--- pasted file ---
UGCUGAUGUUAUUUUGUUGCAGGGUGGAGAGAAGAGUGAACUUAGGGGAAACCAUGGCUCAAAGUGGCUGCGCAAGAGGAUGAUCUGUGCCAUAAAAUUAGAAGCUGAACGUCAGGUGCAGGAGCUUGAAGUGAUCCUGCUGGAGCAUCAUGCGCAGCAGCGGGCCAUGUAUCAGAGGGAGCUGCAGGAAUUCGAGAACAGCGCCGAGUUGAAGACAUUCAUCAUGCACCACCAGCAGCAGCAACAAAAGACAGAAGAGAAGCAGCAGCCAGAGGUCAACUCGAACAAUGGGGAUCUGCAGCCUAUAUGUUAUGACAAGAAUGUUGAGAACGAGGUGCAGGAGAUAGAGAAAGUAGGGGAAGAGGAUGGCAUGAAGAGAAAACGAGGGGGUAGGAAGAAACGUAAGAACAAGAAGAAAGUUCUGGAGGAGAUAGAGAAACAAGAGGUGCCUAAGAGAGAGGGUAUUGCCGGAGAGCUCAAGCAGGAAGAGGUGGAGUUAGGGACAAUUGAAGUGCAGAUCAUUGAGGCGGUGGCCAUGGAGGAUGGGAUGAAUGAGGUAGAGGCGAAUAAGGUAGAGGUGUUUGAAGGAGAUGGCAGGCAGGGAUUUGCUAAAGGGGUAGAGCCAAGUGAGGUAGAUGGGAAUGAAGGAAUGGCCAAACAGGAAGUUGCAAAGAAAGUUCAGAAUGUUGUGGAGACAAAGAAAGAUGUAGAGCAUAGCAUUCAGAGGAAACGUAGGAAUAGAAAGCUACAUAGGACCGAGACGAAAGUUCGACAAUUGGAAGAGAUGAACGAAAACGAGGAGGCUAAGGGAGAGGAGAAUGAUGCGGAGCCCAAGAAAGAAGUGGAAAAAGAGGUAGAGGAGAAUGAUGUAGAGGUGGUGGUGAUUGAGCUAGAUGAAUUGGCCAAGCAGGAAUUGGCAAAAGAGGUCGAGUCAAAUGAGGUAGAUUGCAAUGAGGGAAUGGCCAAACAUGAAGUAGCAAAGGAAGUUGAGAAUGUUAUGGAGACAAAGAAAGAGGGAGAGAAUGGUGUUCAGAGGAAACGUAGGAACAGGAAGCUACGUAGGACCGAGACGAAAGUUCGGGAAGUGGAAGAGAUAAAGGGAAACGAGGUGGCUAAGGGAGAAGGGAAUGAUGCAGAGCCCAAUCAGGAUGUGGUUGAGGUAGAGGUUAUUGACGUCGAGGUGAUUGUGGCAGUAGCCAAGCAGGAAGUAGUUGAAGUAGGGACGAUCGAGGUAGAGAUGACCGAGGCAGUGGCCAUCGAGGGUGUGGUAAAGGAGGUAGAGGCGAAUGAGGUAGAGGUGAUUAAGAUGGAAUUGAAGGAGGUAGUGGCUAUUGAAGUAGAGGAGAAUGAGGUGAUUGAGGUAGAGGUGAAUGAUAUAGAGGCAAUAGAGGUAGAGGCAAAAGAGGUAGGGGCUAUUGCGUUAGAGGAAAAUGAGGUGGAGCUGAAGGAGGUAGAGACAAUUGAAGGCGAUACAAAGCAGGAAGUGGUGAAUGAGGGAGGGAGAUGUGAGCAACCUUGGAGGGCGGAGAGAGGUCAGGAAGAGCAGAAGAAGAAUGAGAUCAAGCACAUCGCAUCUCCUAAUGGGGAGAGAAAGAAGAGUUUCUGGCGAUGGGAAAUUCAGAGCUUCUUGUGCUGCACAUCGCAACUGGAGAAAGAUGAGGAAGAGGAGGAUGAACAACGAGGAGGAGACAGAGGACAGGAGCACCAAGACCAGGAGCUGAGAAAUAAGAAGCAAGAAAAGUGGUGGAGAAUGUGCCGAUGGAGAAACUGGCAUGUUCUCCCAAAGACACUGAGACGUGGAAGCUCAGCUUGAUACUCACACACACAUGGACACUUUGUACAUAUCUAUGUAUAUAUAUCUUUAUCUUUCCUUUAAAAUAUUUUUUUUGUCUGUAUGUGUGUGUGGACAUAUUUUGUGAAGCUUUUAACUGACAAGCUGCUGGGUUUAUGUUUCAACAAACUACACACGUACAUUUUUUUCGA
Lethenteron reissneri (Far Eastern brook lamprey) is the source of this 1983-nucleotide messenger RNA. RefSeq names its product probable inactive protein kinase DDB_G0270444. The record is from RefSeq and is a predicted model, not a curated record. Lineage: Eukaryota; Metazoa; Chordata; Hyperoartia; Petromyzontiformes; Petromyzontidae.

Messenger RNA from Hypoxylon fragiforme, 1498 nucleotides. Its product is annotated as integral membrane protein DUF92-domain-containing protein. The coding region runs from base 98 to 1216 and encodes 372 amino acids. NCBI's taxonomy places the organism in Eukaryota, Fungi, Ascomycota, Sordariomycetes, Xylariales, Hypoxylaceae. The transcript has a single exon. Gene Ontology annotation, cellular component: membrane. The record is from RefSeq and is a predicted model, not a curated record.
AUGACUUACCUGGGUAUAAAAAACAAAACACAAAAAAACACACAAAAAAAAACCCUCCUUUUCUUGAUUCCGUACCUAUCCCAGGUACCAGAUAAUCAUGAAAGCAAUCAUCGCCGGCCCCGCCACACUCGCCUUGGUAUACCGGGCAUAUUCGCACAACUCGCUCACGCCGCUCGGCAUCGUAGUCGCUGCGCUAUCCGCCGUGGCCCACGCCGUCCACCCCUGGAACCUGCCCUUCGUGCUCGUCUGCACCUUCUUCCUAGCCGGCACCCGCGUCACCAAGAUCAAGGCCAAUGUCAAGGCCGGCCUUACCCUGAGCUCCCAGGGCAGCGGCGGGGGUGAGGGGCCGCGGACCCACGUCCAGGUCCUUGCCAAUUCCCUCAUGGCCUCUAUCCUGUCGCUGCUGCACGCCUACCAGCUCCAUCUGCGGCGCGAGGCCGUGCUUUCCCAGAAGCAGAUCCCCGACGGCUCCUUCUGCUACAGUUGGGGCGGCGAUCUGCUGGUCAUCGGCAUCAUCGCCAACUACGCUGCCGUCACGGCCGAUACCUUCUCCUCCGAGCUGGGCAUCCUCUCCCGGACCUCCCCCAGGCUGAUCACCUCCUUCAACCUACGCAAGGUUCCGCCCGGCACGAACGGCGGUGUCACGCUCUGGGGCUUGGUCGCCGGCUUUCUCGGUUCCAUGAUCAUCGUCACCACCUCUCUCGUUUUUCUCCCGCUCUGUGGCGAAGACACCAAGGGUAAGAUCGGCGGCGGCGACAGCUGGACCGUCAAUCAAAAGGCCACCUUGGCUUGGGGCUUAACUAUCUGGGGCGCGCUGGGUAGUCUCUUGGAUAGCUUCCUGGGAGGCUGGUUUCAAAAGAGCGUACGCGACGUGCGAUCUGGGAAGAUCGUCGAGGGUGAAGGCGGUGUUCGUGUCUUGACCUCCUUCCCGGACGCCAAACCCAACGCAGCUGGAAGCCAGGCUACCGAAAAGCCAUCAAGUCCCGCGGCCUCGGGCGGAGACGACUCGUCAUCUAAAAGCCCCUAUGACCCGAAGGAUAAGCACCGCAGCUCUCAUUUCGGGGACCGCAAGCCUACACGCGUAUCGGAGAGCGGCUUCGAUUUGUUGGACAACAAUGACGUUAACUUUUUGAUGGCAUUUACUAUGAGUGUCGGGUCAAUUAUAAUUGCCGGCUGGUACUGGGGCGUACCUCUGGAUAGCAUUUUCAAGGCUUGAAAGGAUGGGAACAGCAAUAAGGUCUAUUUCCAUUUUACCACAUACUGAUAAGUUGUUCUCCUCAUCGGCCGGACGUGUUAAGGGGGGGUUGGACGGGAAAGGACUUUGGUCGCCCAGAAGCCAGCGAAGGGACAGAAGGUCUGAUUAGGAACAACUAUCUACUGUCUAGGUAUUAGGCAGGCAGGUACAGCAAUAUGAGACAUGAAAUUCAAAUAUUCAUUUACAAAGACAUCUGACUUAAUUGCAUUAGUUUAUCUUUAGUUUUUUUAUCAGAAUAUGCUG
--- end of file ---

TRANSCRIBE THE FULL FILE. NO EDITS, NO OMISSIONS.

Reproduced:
UGCUGAUGUUAUUUUGUUGCAGGGUGGAGAGAAGAGUGAACUUAGGGGAAACCAUGGCUCAAAGUGGCUGCGCAAGAGGAUGAUCUGUGCCAUAAAAUUAGAAGCUGAACGUCAGGUGCAGGAGCUUGAAGUGAUCCUGCUGGAGCAUCAUGCGCAGCAGCGGGCCAUGUAUCAGAGGGAGCUGCAGGAAUUCGAGAACAGCGCCGAGUUGAAGACAUUCAUCAUGCACCACCAGCAGCAGCAACAAAAGACAGAAGAGAAGCAGCAGCCAGAGGUCAACUCGAACAAUGGGGAUCUGCAGCCUAUAUGUUAUGACAAGAAUGUUGAGAACGAGGUGCAGGAGAUAGAGAAAGUAGGGGAAGAGGAUGGCAUGAAGAGAAAACGAGGGGGUAGGAAGAAACGUAAGAACAAGAAGAAAGUUCUGGAGGAGAUAGAGAAACAAGAGGUGCCUAAGAGAGAGGGUAUUGCCGGAGAGCUCAAGCAGGAAGAGGUGGAGUUAGGGACAAUUGAAGUGCAGAUCAUUGAGGCGGUGGCCAUGGAGGAUGGGAUGAAUGAGGUAGAGGCGAAUAAGGUAGAGGUGUUUGAAGGAGAUGGCAGGCAGGGAUUUGCUAAAGGGGUAGAGCCAAGUGAGGUAGAUGGGAAUGAAGGAAUGGCCAAACAGGAAGUUGCAAAGAAAGUUCAGAAUGUUGUGGAGACAAAGAAAGAUGUAGAGCAUAGCAUUCAGAGGAAACGUAGGAAUAGAAAGCUACAUAGGACCGAGACGAAAGUUCGACAAUUGGAAGAGAUGAACGAAAACGAGGAGGCUAAGGGAGAGGAGAAUGAUGCGGAGCCCAAGAAAGAAGUGGAAAAAGAGGUAGAGGAGAAUGAUGUAGAGGUGGUGGUGAUUGAGCUAGAUGAAUUGGCCAAGCAGGAAUUGGCAAAAGAGGUCGAGUCAAAUGAGGUAGAUUGCAAUGAGGGAAUGGCCAAACAUGAAGUAGCAAAGGAAGUUGAGAAUGUUAUGGAGACAAAGAAAGAGGGAGAGAAUGGUGUUCAGAGGAAACGUAGGAACAGGAAGCUACGUAGGACCGAGACGAAAGUUCGGGAAGUGGAAGAGAUAAAGGGAAACGAGGUGGCUAAGGGAGAAGGGAAUGAUGCAGAGCCCAAUCAGGAUGUGGUUGAGGUAGAGGUUAUUGACGUCGAGGUGAUUGUGGCAGUAGCCAAGCAGGAAGUAGUUGAAGUAGGGACGAUCGAGGUAGAGAUGACCGAGGCAGUGGCCAUCGAGGGUGUGGUAAAGGAGGUAGAGGCGAAUGAGGUAGAGGUGAUUAAGAUGGAAUUGAAGGAGGUAGUGGCUAUUGAAGUAGAGGAGAAUGAGGUGAUUGAGGUAGAGGUGAAUGAUAUAGAGGCAAUAGAGGUAGAGGCAAAAGAGGUAGGGGCUAUUGCGUUAGAGGAAAAUGAGGUGGAGCUGAAGGAGGUAGAGACAAUUGAAGGCGAUACAAAGCAGGAAGUGGUGAAUGAGGGAGGGAGAUGUGAGCAACCUUGGAGGGCGGAGAGAGGUCAGGAAGAGCAGAAGAAGAAUGAGAUCAAGCACAUCGCAUCUCCUAAUGGGGAGAGAAAGAAGAGUUUCUGGCGAUGGGAAAUUCAGAGCUUCUUGUGCUGCACAUCGCAACUGGAGAAAGAUGAGGAAGAGGAGGAUGAACAACGAGGAGGAGACAGAGGACAGGAGCACCAAGACCAGGAGCUGAGAAAUAAGAAGCAAGAAAAGUGGUGGAGAAUGUGCCGAUGGAGAAACUGGCAUGUUCUCCCAAAGACACUGAGACGUGGAAGCUCAGCUUGAUACUCACACACACAUGGACACUUUGUACAUAUCUAUGUAUAUAUAUCUUUAUCUUUCCUUUAAAAUAUUUUUUUUGUCUGUAUGUGUGUGUGGACAUAUUUUGUGAAGCUUUUAACUGACAAGCUGCUGGGUUUAUGUUUCAACAAACUACACACGUACAUUUUUUUCGA
Lethenteron reissneri (Far Eastern brook lamprey) is the source of this 1983-nucleotide messenger RNA. RefSeq names its product probable inactive protein kinase DDB_G0270444. The record is from RefSeq and is a predicted model, not a curated record. Lineage: Eukaryota; Metazoa; Chordata; Hyperoartia; Petromyzontiformes; Petromyzontidae.

Messenger RNA from Hypoxylon fragiforme, 1498 nucleotides. Its product is annotated as integral membrane protein DUF92-domain-containing protein. The coding region runs from base 98 to 1216 and encodes 372 amino acids. NCBI's taxonomy places the organism in Eukaryota, Fungi, Ascomycota, Sordariomycetes, Xylariales, Hypoxylaceae. The transcript has a single exon. Gene Ontology annotation, cellular component: membrane. The record is from RefSeq and is a predicted model, not a curated record.
AUGACUUACCUGGGUAUAAAAAACAAAACACAAAAAAACACACAAAAAAAAACCCUCCUUUUCUUGAUUCCGUACCUAUCCCAGGUACCAGAUAAUCAUGAAAGCAAUCAUCGCCGGCCCCGCCACACUCGCCUUGGUAUACCGGGCAUAUUCGCACAACUCGCUCACGCCGCUCGGCAUCGUAGUCGCUGCGCUAUCCGCCGUGGCCCACGCCGUCCACCCCUGGAACCUGCCCUUCGUGCUCGUCUGCACCUUCUUCCUAGCCGGCACCCGCGUCACCAAGAUCAAGGCCAAUGUCAAGGCCGGCCUUACCCUGAGCUCCCAGGGCAGCGGCGGGGGUGAGGGGCCGCGGACCCACGUCCAGGUCCUUGCCAAUUCCCUCAUGGCCUCUAUCCUGUCGCUGCUGCACGCCUACCAGCUCCAUCUGCGGCGCGAGGCCGUGCUUUCCCAGAAGCAGAUCCCCGACGGCUCCUUCUGCUACAGUUGGGGCGGCGAUCUGCUGGUCAUCGGCAUCAUCGCCAACUACGCUGCCGUCACGGCCGAUACCUUCUCCUCCGAGCUGGGCAUCCUCUCCCGGACCUCCCCCAGGCUGAUCACCUCCUUCAACCUACGCAAGGUUCCGCCCGGCACGAACGGCGGUGUCACGCUCUGGGGCUUGGUCGCCGGCUUUCUCGGUUCCAUGAUCAUCGUCACCACCUCUCUCGUUUUUCUCCCGCUCUGUGGCGAAGACACCAAGGGUAAGAUCGGCGGCGGCGACAGCUGGACCGUCAAUCAAAAGGCCACCUUGGCUUGGGGCUUAACUAUCUGGGGCGCGCUGGGUAGUCUCUUGGAUAGCUUCCUGGGAGGCUGGUUUCAAAAGAGCGUACGCGACGUGCGAUCUGGGAAGAUCGUCGAGGGUGAAGGCGGUGUUCGUGUCUUGACCUCCUUCCCGGACGCCAAACCCAACGCAGCUGGAAGCCAGGCUACCGAAAAGCCAUCAAGUCCCGCGGCCUCGGGCGGAGACGACUCGUCAUCUAAAAGCCCCUAUGACCCGAAGGAUAAGCACCGCAGCUCUCAUUUCGGGGACCGCAAGCCUACACGCGUAUCGGAGAGCGGCUUCGAUUUGUUGGACAACAAUGACGUUAACUUUUUGAUGGCAUUUACUAUGAGUGUCGGGUCAAUUAUAAUUGCCGGCUGGUACUGGGGCGUACCUCUGGAUAGCAUUUUCAAGGCUUGAAAGGAUGGGAACAGCAAUAAGGUCUAUUUCCAUUUUACCACAUACUGAUAAGUUGUUCUCCUCAUCGGCCGGACGUGUUAAGGGGGGGUUGGACGGGAAAGGACUUUGGUCGCCCAGAAGCCAGCGAAGGGACAGAAGGUCUGAUUAGGAACAACUAUCUACUGUCUAGGUAUUAGGCAGGCAGGUACAGCAAUAUGAGACAUGAAAUUCAAAUAUUCAUUUACAAAGACAUCUGACUUAAUUGCAUUAGUUUAUCUUUAGUUUUUUUAUCAGAAUAUGCUG